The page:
Invasive zebra and quagga mussels are an immediate threat to Western states. With no controls, they spread rapidly, foul boats and equipment, clog water intake, and increase costs to hydropower operations and municipal water utilities. Even dead mussels can be a nuisance, littering beaches with shells. Management of these invaders is expensive; in the Great Lakes, managing mussels costs about $500 million annually.
Until 2007, the mussels were limited to waterways and lakes east of the Mississippi, but now they have spread westward. In 2016, quagga mussels were found in Lake Powell. Today, all craft using Lake Powell must follow a “clean, drain, and dry” procedure recommended by the Federal Aquatic Nuisance Species Task Force to stem the spread of juvenile mussels to other waterways.
Unfortunately, there are no foolproof existing technologies or treatments to eradicate established mussel populations in large, open water systems in an environmentally sound manner. Early warning, however, helps us prepare before the mussels or other invasive species arrive. The Trump administration is seeking to efficiently combat these invaders using genetic tools for early detection. One promising tool is environmental DNA, or “eDNA.” Every organism leaves behind trace DNA from skin cells, waste, or other biological material that can be captured in water samples and identified in laboratory tests.
Careful eDNA monitoring can detect the presence of a species or its genetic material upstream, allowing us to see where the species may be heading before they arrive — an invasive species “early warning” system. This allows resource managers to act quickly to verify the species' presence and respond before the invaders are firmly established, saving time and money.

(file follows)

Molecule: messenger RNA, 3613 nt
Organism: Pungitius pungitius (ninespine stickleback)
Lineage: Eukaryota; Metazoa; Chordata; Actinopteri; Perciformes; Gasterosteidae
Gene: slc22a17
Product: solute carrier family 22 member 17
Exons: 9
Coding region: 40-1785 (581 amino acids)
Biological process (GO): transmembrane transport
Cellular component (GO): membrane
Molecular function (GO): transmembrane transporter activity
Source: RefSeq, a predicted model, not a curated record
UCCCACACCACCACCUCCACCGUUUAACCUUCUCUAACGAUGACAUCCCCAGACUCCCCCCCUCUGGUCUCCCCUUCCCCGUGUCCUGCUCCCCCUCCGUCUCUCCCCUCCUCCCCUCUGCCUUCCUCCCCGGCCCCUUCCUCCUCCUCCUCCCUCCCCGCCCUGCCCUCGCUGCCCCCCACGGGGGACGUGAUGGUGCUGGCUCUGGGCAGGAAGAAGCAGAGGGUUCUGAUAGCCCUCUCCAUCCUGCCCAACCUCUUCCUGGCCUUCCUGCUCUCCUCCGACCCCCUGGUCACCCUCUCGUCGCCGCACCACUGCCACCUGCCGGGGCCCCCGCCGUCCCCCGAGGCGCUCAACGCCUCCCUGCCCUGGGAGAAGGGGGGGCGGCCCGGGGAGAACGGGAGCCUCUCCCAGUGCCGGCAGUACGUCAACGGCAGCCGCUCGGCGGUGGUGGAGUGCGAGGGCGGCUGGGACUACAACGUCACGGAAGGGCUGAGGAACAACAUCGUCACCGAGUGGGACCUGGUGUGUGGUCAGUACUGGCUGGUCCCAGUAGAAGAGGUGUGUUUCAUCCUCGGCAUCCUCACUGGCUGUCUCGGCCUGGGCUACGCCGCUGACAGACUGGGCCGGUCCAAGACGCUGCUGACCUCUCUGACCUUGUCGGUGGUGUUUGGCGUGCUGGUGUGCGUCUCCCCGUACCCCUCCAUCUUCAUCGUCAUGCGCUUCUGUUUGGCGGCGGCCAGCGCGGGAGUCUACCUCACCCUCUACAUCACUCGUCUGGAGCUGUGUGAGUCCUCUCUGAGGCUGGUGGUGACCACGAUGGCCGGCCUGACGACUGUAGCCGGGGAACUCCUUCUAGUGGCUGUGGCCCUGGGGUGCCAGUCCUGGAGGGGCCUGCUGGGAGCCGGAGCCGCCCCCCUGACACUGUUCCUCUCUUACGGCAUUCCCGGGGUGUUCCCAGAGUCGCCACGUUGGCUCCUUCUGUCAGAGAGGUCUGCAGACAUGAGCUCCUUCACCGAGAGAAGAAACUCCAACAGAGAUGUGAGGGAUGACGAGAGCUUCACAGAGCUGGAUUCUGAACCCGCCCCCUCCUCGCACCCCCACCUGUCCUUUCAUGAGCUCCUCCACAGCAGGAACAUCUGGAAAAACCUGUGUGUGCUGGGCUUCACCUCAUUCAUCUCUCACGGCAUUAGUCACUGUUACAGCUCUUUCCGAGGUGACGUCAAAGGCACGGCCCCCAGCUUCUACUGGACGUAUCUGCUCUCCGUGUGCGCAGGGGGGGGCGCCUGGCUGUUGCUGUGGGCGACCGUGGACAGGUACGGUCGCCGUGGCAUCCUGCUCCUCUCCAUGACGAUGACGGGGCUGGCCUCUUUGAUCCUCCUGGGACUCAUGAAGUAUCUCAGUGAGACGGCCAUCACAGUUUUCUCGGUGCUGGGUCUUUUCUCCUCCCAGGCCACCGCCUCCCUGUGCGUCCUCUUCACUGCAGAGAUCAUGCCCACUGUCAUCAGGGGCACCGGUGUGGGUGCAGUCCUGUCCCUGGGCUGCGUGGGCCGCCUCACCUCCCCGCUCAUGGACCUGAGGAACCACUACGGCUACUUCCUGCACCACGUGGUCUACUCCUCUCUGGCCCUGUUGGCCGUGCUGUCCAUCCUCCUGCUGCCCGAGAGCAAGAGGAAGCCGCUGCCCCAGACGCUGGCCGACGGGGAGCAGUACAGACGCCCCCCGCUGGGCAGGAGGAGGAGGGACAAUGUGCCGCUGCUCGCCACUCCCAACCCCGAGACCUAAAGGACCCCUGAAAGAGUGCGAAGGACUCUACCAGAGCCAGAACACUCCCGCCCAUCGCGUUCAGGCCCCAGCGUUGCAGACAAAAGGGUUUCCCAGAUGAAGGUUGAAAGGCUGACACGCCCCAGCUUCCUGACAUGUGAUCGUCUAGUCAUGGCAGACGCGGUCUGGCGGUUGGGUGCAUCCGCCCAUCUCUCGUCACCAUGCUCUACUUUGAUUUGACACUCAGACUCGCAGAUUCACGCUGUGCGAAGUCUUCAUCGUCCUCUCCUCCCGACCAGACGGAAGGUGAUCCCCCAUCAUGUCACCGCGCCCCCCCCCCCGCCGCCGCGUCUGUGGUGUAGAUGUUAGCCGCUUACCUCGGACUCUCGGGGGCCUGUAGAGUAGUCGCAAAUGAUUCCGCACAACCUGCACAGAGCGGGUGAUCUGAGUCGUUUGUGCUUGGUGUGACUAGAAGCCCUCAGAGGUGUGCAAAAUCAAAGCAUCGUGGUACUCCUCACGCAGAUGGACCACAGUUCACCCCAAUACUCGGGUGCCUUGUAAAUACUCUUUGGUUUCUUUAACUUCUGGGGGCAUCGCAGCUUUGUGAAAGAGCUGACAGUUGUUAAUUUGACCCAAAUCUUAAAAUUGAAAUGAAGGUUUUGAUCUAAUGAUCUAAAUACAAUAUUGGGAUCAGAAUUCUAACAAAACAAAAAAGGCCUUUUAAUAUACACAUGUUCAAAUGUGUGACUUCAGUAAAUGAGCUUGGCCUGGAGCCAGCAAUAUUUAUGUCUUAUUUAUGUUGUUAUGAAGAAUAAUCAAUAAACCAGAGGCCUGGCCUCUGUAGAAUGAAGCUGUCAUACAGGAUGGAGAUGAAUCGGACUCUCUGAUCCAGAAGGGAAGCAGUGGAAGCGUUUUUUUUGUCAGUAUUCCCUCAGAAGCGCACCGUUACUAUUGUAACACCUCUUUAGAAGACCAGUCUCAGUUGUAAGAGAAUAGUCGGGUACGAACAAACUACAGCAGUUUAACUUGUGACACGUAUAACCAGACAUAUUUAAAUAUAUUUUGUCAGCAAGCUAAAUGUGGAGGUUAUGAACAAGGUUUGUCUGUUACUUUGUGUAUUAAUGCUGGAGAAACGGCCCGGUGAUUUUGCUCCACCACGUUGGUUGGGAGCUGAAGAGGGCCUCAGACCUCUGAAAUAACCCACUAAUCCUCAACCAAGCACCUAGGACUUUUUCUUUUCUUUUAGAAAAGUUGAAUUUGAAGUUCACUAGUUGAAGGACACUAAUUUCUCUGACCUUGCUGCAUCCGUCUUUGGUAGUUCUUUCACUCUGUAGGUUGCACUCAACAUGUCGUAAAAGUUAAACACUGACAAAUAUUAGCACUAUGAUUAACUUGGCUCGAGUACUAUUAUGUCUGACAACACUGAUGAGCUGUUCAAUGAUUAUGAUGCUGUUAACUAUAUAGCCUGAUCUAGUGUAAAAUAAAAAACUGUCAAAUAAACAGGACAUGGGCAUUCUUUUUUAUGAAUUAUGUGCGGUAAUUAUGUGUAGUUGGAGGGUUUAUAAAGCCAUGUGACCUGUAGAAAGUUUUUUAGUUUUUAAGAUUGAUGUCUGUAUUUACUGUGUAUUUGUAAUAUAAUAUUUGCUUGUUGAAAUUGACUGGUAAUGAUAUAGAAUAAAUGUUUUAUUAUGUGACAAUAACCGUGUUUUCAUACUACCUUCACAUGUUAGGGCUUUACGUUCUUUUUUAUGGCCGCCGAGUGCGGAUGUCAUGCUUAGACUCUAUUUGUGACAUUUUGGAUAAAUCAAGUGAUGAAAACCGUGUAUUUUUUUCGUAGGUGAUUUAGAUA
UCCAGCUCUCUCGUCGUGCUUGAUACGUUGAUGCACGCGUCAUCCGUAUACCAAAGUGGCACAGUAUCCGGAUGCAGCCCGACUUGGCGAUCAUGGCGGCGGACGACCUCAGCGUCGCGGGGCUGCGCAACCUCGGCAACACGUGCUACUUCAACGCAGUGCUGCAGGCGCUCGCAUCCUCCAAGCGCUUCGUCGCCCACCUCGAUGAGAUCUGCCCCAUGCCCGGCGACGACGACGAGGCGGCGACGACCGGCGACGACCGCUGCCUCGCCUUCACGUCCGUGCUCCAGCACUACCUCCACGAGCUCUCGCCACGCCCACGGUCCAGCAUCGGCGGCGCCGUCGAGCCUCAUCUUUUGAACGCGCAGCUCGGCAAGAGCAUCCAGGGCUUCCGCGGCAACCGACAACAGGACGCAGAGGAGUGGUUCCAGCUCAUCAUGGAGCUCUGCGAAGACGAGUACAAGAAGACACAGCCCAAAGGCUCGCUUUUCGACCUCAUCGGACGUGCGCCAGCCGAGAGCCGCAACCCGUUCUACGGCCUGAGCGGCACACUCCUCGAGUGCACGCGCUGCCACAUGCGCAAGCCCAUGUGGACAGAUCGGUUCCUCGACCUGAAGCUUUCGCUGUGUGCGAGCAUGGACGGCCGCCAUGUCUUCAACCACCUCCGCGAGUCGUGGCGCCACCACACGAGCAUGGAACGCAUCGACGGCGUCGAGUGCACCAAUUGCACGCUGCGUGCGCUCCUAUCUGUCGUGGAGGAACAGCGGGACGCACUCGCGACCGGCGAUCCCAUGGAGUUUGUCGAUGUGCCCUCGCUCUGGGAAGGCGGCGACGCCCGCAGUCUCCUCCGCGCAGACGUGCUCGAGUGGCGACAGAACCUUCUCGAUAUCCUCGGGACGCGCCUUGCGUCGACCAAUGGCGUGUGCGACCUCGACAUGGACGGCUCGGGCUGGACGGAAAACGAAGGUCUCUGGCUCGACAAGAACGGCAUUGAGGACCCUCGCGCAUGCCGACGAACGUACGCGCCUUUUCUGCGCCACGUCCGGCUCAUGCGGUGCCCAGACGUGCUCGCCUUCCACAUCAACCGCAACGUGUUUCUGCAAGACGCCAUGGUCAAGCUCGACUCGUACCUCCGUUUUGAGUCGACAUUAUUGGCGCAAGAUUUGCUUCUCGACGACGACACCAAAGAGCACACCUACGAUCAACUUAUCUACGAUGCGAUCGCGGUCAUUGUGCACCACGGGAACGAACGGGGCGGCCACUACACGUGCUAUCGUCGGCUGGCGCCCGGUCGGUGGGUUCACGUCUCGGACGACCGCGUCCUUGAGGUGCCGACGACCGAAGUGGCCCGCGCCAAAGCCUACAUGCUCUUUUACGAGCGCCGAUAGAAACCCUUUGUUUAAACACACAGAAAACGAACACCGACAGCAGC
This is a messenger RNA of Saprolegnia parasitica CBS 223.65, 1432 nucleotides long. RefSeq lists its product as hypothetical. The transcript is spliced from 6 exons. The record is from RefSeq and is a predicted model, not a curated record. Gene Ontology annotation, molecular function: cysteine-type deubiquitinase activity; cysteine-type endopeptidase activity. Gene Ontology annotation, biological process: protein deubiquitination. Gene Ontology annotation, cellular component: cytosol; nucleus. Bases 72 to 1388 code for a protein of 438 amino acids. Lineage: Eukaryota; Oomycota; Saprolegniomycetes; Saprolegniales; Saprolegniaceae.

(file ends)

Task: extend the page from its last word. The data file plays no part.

There are some limitations, however. Genetic material can show up far from the animal source, travel on fishing gear, or be imported by a predator. Despite its limitations, eDNA is an important tool to accurately identify traces of invasive species that potentially threaten aquatic environments as early as possible.
The U.S. Geological Survey (USGS) is a leader in developing and refining eDNA techniques. Our scientists are improving sample collection methods, detection limits, processing speeds, and more. We are piloting the sharing of eDNA information using our Nonindigenous Aquatic Species Database, and USGS scientists have developed portable eDNA kits that can test bait buckets, so anglers do not accidentally spread invasive species. We are also assessing the feasibility of adding automated eDNA sampling, where possible, into the USGS network of water gaging stations.
Improving technological capabilities helps us rapidly and accurately detect, assess, and communicate the threat of invasive species. The objective is to get the technology out of the lab and into the field and automate reconnaissance. We have broken ground on a new, state-of-the-art eDNA laboratory that will boost our capacity throughout the Northwest and across the nation.
We are proud to work with Utah wildlife officials to incorporate reliable, cost-effective eDNA testing into the state’s invasive species management effort. With the assistance of all Utahns, we hope to help prevent the spread and eventually control quagga and zebra mussels in the state and take those lessons to the rest of our country.
Beyond these mussels, invasive species nationwide are a $120 billion problem. The Trump administration has made significant investments in science and technology to help state and local partners more effectively manage invasive species and diseases. These efforts help protect water supplies, hunting and fishing industries, energy production, America’s agriculture and native species. The Department of the Interior is investing an estimated $143 million in fiscal 2020 — roughly $42 million more than fiscal 2016 — to manage invasive species and develop critical technology like eDNA.